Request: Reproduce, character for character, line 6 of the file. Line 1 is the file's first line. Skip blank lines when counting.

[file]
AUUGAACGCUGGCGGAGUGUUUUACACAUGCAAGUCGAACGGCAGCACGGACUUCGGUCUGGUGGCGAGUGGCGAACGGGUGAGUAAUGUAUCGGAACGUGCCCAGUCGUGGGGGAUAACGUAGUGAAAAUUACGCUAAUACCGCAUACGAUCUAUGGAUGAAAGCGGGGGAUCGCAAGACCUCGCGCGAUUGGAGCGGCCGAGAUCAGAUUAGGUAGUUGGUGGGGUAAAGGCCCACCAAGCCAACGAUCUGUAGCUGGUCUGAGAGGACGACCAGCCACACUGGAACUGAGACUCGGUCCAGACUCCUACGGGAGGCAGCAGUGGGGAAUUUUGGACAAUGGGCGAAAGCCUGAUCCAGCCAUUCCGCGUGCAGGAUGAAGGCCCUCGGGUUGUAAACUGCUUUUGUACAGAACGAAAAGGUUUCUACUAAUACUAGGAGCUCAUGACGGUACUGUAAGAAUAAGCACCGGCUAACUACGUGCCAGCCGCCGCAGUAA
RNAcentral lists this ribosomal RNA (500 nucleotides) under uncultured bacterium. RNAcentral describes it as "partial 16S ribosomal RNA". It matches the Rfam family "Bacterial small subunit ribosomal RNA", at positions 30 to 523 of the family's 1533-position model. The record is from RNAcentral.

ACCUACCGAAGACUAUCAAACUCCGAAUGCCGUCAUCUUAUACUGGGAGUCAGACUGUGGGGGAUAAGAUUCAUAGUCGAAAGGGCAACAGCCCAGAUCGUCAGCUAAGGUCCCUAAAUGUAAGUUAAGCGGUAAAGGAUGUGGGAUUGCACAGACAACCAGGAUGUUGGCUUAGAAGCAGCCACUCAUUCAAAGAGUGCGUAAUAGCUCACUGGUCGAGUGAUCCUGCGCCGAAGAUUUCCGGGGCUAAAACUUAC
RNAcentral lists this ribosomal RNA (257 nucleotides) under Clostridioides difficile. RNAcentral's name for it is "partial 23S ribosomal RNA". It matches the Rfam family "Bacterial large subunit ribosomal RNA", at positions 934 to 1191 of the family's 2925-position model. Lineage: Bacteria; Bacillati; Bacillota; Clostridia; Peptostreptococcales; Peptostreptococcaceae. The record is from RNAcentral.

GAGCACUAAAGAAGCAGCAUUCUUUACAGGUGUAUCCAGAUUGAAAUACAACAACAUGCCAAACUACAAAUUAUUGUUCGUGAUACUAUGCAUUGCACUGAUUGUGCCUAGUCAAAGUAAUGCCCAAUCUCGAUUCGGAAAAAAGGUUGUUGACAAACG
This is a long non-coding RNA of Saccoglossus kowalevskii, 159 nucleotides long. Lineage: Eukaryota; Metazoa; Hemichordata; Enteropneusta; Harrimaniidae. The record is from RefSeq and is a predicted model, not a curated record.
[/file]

This is a long non-coding RNA of Saccoglossus kowalevskii, 159 nucleotides long. Lineage: Eukaryota; Metazoa; Hemichordata; Enteropneusta; Harrimaniidae. The record is from RefSeq and is a predicted model, not a curated record.